Directed by Phil Karlson
The United States of America
It’s not easy to startle or offend me anymore these days. I guess that I have just seen too many movies. I’ve seen every kind of villain commit every kind of evil imaginable: Hannibal Lector eating a man’s face, Marty Augustine destroying an innocent woman’s face, Amon Goeth playing the piano while Jews are gunned down in their homes. I’ve seen every kind of gore and violent effects: Lionel Cosgrove standing ankle deep in zombie blood and guts, Marion Crane being stabbed in the shower, Derek Vinyard curb-stomping a black teenager in the middle of the street. And finally, I’ve seen every act of kindness and righteousness: George Bailey saving Bedford Falls, black witnesses in the balcony standing for Atticus Finch, Will Kane standing alone against four ruthless killers. I’ve seen every act of compassion, villainy, and nobility that the imagination can muster and then-some.
Over my movie-watching career, I’ve noticed that more and more films rely on the shocking and visceral, the gory and exploitative, the base and disgusting to attract audiences. There is a belief that movies have to out-do each other and directors one-up each other. As a result, simple things like suspense and genuine human drama have become rare commodities. That’s why I adore the old masters of suspense like Alfred Hitchcock, Henri-Georges Clouzot, and early John Carpenter. But even now, their films are rapidly aging. I don’t squirm as much when Alice Huberman knocks over the bottle of uranium. I don’t get quite as powerful a stomach-ache when Mario and Jo have to drive their jerrycan over that old rickety bridge. I don’t cover my eyes when I know that Michael Myers may not be on the screen, but he is in the room. As B.B. King once crooned, the thrill is gone.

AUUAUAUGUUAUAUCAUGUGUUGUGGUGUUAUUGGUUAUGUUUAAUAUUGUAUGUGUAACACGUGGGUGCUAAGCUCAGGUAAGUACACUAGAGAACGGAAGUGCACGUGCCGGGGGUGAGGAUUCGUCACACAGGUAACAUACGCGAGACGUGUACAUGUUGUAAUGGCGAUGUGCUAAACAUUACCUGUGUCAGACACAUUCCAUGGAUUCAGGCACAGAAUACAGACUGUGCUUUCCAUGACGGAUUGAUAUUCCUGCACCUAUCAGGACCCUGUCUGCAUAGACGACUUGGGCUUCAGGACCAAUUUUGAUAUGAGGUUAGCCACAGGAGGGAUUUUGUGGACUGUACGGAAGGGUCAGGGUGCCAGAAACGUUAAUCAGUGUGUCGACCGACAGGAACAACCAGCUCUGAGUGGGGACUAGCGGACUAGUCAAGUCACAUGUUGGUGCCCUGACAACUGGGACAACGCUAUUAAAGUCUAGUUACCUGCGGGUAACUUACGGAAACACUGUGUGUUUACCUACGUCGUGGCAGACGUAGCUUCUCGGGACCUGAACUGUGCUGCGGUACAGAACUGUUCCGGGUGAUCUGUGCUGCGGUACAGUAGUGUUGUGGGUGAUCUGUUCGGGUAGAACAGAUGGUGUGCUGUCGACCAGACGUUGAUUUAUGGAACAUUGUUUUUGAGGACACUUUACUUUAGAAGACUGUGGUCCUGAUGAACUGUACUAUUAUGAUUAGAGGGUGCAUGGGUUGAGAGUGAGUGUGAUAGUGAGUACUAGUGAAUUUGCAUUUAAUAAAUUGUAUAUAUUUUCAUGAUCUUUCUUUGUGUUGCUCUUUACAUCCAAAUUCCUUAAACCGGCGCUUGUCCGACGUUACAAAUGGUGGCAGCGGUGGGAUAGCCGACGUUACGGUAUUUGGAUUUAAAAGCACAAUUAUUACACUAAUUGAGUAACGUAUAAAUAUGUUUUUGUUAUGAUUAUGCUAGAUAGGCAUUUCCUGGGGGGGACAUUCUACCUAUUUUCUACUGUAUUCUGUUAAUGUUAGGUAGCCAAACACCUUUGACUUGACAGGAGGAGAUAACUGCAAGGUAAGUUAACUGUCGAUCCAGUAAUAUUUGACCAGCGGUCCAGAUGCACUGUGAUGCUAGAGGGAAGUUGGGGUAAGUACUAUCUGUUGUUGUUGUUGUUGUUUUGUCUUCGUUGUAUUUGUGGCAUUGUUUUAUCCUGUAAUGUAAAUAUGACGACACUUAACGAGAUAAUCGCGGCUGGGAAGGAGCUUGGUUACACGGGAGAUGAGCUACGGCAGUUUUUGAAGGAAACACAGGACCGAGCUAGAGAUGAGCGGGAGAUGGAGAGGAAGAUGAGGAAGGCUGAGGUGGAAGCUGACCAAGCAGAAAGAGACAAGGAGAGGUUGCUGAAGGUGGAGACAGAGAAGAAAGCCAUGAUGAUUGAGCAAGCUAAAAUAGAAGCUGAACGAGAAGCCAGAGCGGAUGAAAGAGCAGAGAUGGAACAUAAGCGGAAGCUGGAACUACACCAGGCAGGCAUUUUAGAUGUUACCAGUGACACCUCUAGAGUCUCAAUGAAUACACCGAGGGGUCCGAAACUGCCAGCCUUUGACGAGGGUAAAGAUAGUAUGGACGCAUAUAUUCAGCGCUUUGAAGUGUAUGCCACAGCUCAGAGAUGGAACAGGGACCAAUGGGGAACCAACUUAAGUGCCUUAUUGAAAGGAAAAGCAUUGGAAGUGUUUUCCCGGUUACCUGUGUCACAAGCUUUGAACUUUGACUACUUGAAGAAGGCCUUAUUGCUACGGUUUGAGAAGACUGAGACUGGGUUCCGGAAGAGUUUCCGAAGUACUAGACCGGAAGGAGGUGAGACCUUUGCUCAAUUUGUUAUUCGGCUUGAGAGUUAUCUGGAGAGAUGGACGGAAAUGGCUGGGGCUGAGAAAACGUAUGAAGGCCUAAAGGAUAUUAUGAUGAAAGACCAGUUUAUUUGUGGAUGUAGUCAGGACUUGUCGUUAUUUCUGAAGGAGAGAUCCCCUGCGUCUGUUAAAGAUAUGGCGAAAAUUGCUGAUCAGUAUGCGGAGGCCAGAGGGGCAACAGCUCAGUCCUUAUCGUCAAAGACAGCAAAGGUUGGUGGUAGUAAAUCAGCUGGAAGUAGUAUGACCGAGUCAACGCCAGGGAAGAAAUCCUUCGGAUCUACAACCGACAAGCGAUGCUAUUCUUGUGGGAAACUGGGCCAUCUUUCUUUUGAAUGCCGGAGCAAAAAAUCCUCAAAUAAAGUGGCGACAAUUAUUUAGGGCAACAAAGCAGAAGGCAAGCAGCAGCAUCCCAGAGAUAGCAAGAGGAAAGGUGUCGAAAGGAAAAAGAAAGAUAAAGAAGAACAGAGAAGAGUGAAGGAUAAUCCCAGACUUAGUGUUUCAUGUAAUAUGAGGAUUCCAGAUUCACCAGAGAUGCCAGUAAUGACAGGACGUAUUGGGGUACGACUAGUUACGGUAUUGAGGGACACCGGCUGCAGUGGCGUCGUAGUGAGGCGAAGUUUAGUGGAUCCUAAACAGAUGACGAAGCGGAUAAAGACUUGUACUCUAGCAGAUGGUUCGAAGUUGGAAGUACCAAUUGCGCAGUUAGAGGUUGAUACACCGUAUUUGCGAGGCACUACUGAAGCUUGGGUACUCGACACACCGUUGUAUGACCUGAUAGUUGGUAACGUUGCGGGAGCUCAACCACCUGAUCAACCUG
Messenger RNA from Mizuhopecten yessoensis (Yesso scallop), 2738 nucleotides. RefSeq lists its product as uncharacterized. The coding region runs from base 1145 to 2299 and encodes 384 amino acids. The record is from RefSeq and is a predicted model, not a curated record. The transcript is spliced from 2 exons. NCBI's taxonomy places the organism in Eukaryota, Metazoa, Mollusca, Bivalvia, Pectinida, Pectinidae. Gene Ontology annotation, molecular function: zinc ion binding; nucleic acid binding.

Or at least I thought so.
Imagine my surprise when I discovered a little known film entitled The Phenix City Story, a curious little film noir from the mid-50s. It was directed by Phil Karlson, a man who was known more for the quantity of films he could make than their quality (he released eight films in 1946). It featured a cast of small-time, marginally successful actors like John McIntire and Richard Kiley. And finally, it was set not in a big, sprawling urban hell-scape like New York, Chicago, or Los Angeles, but in the small town of Phenix City. Alabama, current population approximately 30,000 people. And yet, I can say that this is unequivocally one of the most intense, suspenseful, and shocking films that I have ever seen in my entire life. Yes, I am serious. I am ranking this film up there with the famous films that I have so far mentioned in this review. So powerful was The Phenix City Story that I had to literally stop the film at three different times, walk away, and recollect myself and my nerve before I could continue. Don’t let the fact that it was released in the 50s fool you. The Phenix City Story is not a film for the weak at heart or the fragile of temperament. To watch this film is to endure a crucible of agony and fury. It is a film of monstrous evil, heart-breaking sacrifice, and selfless heroism.